Hosted at the Royal Institute for British Architects, the celebration was opened with welcome remarks by Alan McCormick, Chairman of the Legatum Institute Foundation. He reflected on the history and highlights of the Index over the past ten years, before introducing Baroness Stroud, CEO of the Legatum Institute.

Baroness Stroud, who took up her post at the end of October, paid tribute to the important role that the Index has played over the last decade, before laying out an exciting new vision for the Institute.

In her speech, she announced her plan to establish the Legatum Institute as a “world class centre for metrics”, placing data at the heart of transformational research that will identify, measure and harness the true drivers of prosperity.

"Our research will provide accountability of what really leads to prosperous communities, and what does not, creating an unstoppable movement that can deliver change across the world".

These remarks were echoed by Thorning-Schmidt, who identified the Index as an example of the type of "tool of change that can have an impact for decades to come". She endorsed Baroness Stroud's vision to harness metrics at the Institute's core, stating that "the power of data" is essential to "moving public perceptions, and public policy, closer to a better and more holistic understanding of development".

Baroness Stroud

(Above: Baroness Stroud speaking at the launch of the 2016 Prosperity Index)

Ten Years of Data

Over the past decade, the Prosperity Index has used data to rank nations across a number of areas of potential success or failure, including Economic Quality, Governance, Education, Health, and Personal Freedom, offering a far truer picture of the life chances for the world’s population than any Index of GDP alone could hope to.

In 2016, the Index is more comprehensive than ever, covering more countries, and more variables. To understand how prosperity has formed and changed across the world over the past ten years, Giles Dilnot, Director of Communications at the Legatum Institute, hosted a Q&A with Director of the Prosperity Index, Alexandra Mousavizadeh, revealing key findings that include:

  • Global prosperity is at its highest point in the past decade [More]
  • Commonwealth countries deliver greater prosperity, and greater prosperity given its wealth, than the global average [More]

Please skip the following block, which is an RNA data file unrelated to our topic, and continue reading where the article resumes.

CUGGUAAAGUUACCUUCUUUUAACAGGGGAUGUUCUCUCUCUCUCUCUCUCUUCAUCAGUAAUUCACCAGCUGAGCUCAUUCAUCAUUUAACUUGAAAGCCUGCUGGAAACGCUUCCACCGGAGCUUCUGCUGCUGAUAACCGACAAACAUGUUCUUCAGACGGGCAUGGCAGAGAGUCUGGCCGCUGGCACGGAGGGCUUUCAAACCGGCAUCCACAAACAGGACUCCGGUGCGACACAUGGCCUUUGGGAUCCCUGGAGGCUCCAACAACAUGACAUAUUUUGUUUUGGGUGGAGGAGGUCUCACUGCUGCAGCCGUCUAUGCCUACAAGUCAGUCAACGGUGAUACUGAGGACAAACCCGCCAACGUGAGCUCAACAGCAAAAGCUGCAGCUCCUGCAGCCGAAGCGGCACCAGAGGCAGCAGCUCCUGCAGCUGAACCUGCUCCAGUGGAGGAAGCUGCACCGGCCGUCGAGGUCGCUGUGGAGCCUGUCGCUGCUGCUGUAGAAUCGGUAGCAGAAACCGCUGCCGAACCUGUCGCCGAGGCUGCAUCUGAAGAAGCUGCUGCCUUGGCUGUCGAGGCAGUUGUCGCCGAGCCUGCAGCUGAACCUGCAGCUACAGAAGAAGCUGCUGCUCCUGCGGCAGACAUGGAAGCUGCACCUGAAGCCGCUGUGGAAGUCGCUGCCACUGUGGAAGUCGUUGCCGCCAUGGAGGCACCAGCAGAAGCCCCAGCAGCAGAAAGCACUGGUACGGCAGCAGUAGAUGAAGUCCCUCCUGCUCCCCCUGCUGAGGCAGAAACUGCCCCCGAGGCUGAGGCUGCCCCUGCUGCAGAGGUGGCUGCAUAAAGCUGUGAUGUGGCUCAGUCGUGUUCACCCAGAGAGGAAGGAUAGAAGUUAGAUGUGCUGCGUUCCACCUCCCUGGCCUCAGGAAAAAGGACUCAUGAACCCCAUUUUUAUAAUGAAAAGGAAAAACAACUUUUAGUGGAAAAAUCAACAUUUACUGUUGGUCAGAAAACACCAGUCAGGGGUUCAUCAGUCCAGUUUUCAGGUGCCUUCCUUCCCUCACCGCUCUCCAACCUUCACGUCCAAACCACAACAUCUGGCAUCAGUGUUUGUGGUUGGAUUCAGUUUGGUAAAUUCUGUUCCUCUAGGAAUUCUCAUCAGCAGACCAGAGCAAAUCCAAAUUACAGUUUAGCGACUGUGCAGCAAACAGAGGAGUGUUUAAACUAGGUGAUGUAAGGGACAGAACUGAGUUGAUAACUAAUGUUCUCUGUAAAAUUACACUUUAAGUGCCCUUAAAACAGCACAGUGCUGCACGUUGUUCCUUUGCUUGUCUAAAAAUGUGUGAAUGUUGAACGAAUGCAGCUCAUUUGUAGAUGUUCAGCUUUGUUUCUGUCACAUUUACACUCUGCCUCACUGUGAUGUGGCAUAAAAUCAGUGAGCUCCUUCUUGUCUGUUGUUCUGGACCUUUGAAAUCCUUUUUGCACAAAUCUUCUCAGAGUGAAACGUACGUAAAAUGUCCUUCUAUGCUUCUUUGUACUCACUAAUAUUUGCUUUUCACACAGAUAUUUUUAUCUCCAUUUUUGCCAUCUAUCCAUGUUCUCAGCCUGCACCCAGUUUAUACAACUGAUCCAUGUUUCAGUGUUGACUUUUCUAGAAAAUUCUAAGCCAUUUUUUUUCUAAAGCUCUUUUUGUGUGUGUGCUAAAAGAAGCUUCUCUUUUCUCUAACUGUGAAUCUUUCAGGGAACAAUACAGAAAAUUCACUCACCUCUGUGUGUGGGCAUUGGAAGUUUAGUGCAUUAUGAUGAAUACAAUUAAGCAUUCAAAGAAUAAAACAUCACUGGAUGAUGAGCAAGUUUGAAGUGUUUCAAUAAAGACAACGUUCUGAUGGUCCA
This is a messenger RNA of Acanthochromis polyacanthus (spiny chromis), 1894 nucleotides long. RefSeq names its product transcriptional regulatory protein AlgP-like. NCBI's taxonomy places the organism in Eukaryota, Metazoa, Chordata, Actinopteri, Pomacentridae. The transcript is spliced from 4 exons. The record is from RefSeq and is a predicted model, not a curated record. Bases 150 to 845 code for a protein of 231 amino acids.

• China and India are the biggest drivers of prosperity, together accounting for almost 40 percent of the growth in global prosperity over the past decade [More]
  • The UK is a world-leader at generating prosperity, but it is not so great at sharing it; the absence of life chances in urban areas limits its reach [More]
  • The world has never been more free, but some regions are freer than others [More]
  • Venezuela has seen the biggest decline in prosperity over the past decade, falling in all but two sub-indices [More]
  • Prosperity grows rapidly from peace [More]
  • While most people now enjoy more Personal Freedom than they did in 2007, the improvement has been regionally uneven [More]
  • Global prosperity inequality is falling as the less prosperous grow faster than the prosperous [More]
  • When it comes to citizens' confidence in their national government, perception and reality aren't always aligned [More]
  • Significant improvements in Social Capital have been recorded over the past ten years in Indonesia, Uruguay, Sri Lanka, Rwanda, and Mongolia [More]​

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About the Prosperity Index

National success is about more than just wealth. And yet, traditionally we have used narrow measures of wealth (such as GDP) as our benchmark to determine the success of nations. The Prosperity Index goes beyond GDP to measure countries’ success against a broad set of metrics covering areas such as health, education, opportunity, social capital, personal freedom, and more. The Prosperity Index is the only global index that measures national prosperity based on both wealth and wellbeing (objective and subjective data). The Index seeks to redefine the concept of national prosperity to include, as a matter of fundamental importance, factors such as democratic governance, entrepreneurial opportunity, and social cohesion. It aims to spark debate and to encourage policy-makers, scholars, the media, and the interested public to take an holistic view of prosperity and to better understand how it is created. 


  • New Zealand Announced as the Most Prosperous Country in the World in 2016 Legatum Prosperity Index™, Press Release, November 2016 [View]